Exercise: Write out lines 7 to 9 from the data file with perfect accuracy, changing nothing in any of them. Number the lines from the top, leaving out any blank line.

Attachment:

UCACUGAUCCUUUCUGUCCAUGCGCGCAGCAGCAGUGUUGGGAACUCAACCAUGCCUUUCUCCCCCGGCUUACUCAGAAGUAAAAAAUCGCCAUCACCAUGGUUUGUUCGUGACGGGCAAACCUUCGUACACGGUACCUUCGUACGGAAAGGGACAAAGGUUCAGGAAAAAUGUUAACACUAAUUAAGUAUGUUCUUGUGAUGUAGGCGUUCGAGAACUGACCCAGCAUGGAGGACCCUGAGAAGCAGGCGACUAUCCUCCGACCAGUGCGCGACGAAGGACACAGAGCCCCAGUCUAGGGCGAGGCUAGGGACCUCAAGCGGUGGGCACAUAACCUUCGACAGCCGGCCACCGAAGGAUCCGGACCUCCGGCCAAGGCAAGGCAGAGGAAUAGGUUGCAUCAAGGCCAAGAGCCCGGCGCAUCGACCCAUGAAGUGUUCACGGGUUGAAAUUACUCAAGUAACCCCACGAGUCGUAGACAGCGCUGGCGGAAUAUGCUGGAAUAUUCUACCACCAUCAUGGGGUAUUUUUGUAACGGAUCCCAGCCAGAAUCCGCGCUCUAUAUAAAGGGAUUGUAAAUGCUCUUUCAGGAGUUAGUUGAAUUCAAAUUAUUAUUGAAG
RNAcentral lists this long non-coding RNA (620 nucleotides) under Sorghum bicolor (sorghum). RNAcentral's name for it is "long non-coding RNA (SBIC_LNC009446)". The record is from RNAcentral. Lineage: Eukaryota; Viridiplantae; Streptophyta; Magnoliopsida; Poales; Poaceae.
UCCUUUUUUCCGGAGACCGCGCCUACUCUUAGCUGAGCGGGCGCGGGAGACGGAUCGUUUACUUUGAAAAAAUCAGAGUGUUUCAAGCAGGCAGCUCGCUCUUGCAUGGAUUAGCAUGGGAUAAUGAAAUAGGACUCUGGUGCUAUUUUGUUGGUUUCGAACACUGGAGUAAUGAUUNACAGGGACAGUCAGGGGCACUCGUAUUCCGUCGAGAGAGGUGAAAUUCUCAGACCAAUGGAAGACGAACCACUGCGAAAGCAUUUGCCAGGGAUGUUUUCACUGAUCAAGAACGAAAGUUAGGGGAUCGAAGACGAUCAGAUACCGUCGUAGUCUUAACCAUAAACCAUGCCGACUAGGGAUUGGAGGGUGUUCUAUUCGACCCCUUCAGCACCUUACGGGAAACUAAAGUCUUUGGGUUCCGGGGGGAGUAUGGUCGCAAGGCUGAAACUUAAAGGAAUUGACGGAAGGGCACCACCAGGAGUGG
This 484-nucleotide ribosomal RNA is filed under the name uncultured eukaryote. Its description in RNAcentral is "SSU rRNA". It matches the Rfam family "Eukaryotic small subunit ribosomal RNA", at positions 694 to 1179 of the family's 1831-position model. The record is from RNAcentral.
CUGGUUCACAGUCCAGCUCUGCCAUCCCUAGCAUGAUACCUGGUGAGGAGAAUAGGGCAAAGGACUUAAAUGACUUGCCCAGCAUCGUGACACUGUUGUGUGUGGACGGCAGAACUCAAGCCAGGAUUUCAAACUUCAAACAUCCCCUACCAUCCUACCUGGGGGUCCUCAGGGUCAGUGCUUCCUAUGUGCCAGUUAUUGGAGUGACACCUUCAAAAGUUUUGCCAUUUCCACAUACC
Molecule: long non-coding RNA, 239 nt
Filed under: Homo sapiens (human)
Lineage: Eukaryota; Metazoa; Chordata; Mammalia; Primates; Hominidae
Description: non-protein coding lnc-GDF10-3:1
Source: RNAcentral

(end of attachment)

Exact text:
Filed under: Homo sapiens (human)
Lineage: Eukaryota; Metazoa; Chordata; Mammalia; Primates; Hominidae
Description: non-protein coding lnc-GDF10-3:1